Not necessarily. I can’t speak for anyone other than myself, but I personally enjoy exclusives in addition to basic retail releases. In fact, none of the exclusives, variants, or otherwise “hard to find” figures in my collection are among my favorites. I’m not sure why some people feel compelled to draw a line in the sand when it comes to toy collecting. For some people, it’s opening the toys. For others, it’s graded figures. And sometimes, it’s anything that can’t be had for the same price as a regular retail release. “You enjoy this, so have fun with it,” is something they never say. Some collectors seem determined to make their way of enjoying a hobby come across as better, the way a true collector does things. I’ve never quite understood that.

      I think it comes back to the two basic approaches toward toy collecting. It would appear that Mr. Edwards values the experience of finding items, and attaches special significance to them. While I mostly enjoy the toys for what they are as objects.

      Why are there two approaches? Why can’t both aspects of collecting be enjoyed by the same person? Perhaps some people really are too “basic” for that, but I have fun with many facets of this hobby.

      That’s how the free market works.

      Much to your chagrin, I’m sure. :-)

      • nerdbot says:

        By offering the suggestion that there are two basic attitudes behind collecting, I was merely trying to get at the fact that there are two groups talking past each other because opinions about convention exclusives are just that — opinions! Trying to construct arguments supporting the pros and cons of them is just asinine. We disagree. You resent the recent trend toward making convention figures more obtainable, and I see it as a positive thing.

        And for the record, I did not mean to suggest that they are hard and fast groups (or even the only groups) that collectors fall into, without any gray area. The point of your initial post, after cutting through the list of exclusive you either have or wanted, seemed to be that exclusive figures should be preserved as special rewards for folks who go to conventions. My response is that is one opinion, and one I disagree with almost entirely.

        When you answered some of the complaints that convention exclusives merely stoke the secondary market, you said, among other things: “what’s wrong with a little profit?” Agreed. No problem there. So what’s wrong with the toy companies getting that profit instead of vendors or other insiders who happened to be at the convention? Because exclusive figs have almost always been available after the show, the argument ultimately falls back on semantics: an item is an “exclusive” because the manufacturer only sold it at one place for a limited period of time (and is therefore held more dear by a certain number of collectors). What is the functional difference between a separate retailer buying up remaining cases and offering them for sale, and Mattel selling them online after the fact? How about if toy companies changed their language to something like “SDCC limited edition” instead of “exclusive?” Would that satisfy you? Probably not, because the root problem is that making items more available means you feel less rewarded, less special.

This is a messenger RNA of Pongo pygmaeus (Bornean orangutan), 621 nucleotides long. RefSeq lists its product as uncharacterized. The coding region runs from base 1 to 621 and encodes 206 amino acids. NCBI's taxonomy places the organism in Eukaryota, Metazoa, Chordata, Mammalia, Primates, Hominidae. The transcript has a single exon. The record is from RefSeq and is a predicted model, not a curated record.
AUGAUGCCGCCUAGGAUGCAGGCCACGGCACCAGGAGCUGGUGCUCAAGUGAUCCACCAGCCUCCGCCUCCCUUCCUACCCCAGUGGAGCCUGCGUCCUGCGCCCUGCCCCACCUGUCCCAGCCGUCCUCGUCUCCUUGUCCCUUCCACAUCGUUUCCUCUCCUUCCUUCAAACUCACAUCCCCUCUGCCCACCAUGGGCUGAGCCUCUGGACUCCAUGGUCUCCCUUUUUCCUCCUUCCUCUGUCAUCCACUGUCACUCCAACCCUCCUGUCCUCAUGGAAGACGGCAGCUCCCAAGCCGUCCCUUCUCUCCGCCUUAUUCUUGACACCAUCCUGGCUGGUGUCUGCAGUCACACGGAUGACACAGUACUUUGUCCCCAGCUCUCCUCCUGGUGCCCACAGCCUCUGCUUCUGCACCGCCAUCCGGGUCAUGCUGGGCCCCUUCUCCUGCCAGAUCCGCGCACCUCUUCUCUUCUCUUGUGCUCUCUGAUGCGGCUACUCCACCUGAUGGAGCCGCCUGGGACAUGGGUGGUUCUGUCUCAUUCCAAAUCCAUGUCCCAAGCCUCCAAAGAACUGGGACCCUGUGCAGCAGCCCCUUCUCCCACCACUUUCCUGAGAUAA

Also for the record, I have no problem with the free market. I do have a problem with obnoxious bores who justify their advantage by chalking it up to the free market and then whining when the system changes a bit and they lose that advantage.

        You just wrote: “Some collectors seem determined to make their way of enjoying a hobby come across as better, the way a true collector does things. I’ve never quite understood that.” Jesus tap-dancing Christ! Do you really not see that that was exactly what you were doing in your initial post!?!

        I might add that this whole dialogue has reminded me of people I used to be acquainted with (and thankfully no longer know). These guys were libertarians; both were a few years into masters degrees everyone around them knew they were never going to finish; elicited rolled eyes whenever they walked into a room; and ‘won’ arguments by going in circles until their ‘friends’ stared off into space or wandered away muttering “whatever…” Does any of that sound familiar? ;-)

        So go ahead and pick this apart and add whatever snarky comments you want. I doubt that I’ll waste any more time revisiting this. I’m now strolling away, shaking my head and saying “whatever you say, man…”

        • So what’s wrong with the toy companies getting that profit instead of vendors or other insiders who happened to be at the convention?

          Absolutely nothing. Manufacturers are free to do with their products anything they choose, which is why I said I have a “request” for those companies. I certainly never hinted at there being any “right” or “wrong” way of doing so, but rather my preferred way.

          Do you really not see that that was exactly what you were doing in your initial post!?!

          If that’s what you got from reading the post, then you clearly misunderstood it. I was referring to a method of selling action figures, of making them available, not any particular way of collecting them.